Course of the war

Kishangiri fort was besieged in the first Anglo-Mysore war in 1768, and finally surrendered to the English, who held it briefly Kistnagherry Krishnagiri.jpg
Kishangiri fort was besieged in the first Anglo-Mysore war in 1768, and finally surrendered to the English, who held it briefly

The war began in January 1767 when the Marathas, possibly anticipating movements by the nizam, invaded northern Mysore. They reached as far south as the Tunghabadhra River, before Hyder entered into negotiations to end the invasion. In exchange for payments of 30 lakhs rupees the Marathas agreed to withdraw north of the Kistna River; by March, when the nizam began his invasion, they had already withdrawn. According to Mysore historian Mark Wilks, this action by the Marathas was a somewhat typical move to acquire wealth that might otherwise be claimed by other belligerents. [10] The nizam advanced as far as Bangalore, accompanied by two battalions of company troops under Colonel Joseph Smith. [11]

A lakh (; abbreviated L; sometimes written Lac or Lacs; Devanāgarī: लाख) is a unit in the Indian numbering system equal to one hundred thousand (100,000; scientific notation: 105). In the Indian convention of digit grouping, it is written as 1,00,000. For example, in India 150,000 rupees becomes 1.5 lakh rupees, written as 1,50,000 or INR 1,50,000.

Bangalore Capital of Karnataka, India

Bangalore, officially known as Bengaluru, is the capital of the Indian state of Karnataka. It has a population of over ten million, making it a megacity and the third-most populous city and fifth-most populous urban agglomeration in India. It is located in southern India, on the Deccan Plateau at an elevation of over 900 m (3,000 ft) above sea level, which is the highest among India's major cities. Its multi-ethnic, multi-religious, and cosmopolitan character is reflected by its more than 1000 temples and Hindu mandirs, 400 Islamic mosques, 100 Christian churches, 40 Jain derasars, three Sikh gurdwaras, two Buddhist viharas and one Parsi fire temple located in an area of 741 km² of the metropolis. The religious places are further represented by the proposed Chabad of the Jewish community. The numerous Bahá'ís have a society called the Bahá'í Centre.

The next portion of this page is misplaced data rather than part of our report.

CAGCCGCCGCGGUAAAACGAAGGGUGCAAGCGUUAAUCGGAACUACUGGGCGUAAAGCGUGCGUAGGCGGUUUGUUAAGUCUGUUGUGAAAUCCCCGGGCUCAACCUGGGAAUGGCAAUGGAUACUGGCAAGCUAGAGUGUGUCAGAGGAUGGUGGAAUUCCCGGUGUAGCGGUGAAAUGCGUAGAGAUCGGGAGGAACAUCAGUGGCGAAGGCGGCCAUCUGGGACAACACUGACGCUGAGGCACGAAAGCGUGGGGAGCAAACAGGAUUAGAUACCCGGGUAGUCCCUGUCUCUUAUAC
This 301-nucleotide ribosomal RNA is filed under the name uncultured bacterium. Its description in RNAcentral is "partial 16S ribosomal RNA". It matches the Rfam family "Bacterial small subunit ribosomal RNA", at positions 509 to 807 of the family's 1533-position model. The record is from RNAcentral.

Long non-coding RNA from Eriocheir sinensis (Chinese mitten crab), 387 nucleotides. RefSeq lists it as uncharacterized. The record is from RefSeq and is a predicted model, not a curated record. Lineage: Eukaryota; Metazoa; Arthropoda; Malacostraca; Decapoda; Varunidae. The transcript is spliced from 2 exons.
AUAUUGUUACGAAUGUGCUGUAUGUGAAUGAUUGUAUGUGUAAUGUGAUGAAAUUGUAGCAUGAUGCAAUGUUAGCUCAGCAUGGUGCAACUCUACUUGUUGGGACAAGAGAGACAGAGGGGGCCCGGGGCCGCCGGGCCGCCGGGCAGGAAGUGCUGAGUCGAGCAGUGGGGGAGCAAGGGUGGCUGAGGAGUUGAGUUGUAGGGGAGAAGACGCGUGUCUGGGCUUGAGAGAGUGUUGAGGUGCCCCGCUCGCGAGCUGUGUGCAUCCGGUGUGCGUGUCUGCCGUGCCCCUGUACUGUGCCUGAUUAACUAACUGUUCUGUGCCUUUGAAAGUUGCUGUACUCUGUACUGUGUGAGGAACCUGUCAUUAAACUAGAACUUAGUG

In May, Smith discovered that the Hyder and the nizam were negotiating an alliance, and consequently withdrew most of his troops to the Carnatic frontier. [11] The deal struck between the two powers called for them to join against the British. Hyder was to pay 18 lakhs rupees for the invasion to end, and the nizam was to recognise Hyder's son Tipu Sultan as Nawab of the Carnatic once that territory was conquered. Despite the agreement the two sides exhibited little trust for one another; Hyder was known to place spies in the nizam's camp.

This diplomatic maneouvring resulted in an attack against a company outpost at Changama by the combined Mysore-Hyderabad army under Hyder's command. [12] [13] Despite significantly outnumbering the British force (British estimates place the allied army size at 70,000 to the British 7,000), the allies were repulsed with heavy losses. Hyder moved on to capture Kaveripattinam after two days of siege, while Colonel Smith, who commanded at Changama, eventually retreated to Tiruvannamalai for supplies and reinforcements. [12] [14] There Hyder again attacked, and was decisively repulsed on 26 September 1767. [15] With the onset of the monsoon season, Hyder opted to continue campaigning rather than adopting the usual practice of suspending operations because of the difficult conditions the weather created for armies. [16] After overrunning a few lesser outposts, he besieged Ambur in November 1767, forcing the British to resume campaigning. [17] The British garrison commander refused large bribes offered by Hyder in exchange for surrender, and the arrival of a relief column in early December forced Hyder to lift the siege. [18] He retreated northward, covering the movements of the nizam's forces, but was disheartened when an entire corps of European cavalry deserted to the British. [19] The failures of this campaign, combined with successful British advances in the Northern Circars and secret negotiations between the British and the nizam, led to a split between Hyder and the nizam. The latter withdrew back to Hyderabad and eventually negotiated a new treaty with the British company in 1768. Hyder, apparently seeking an end to the conflict, made peace overtures to the British, but was rebuffed. [20]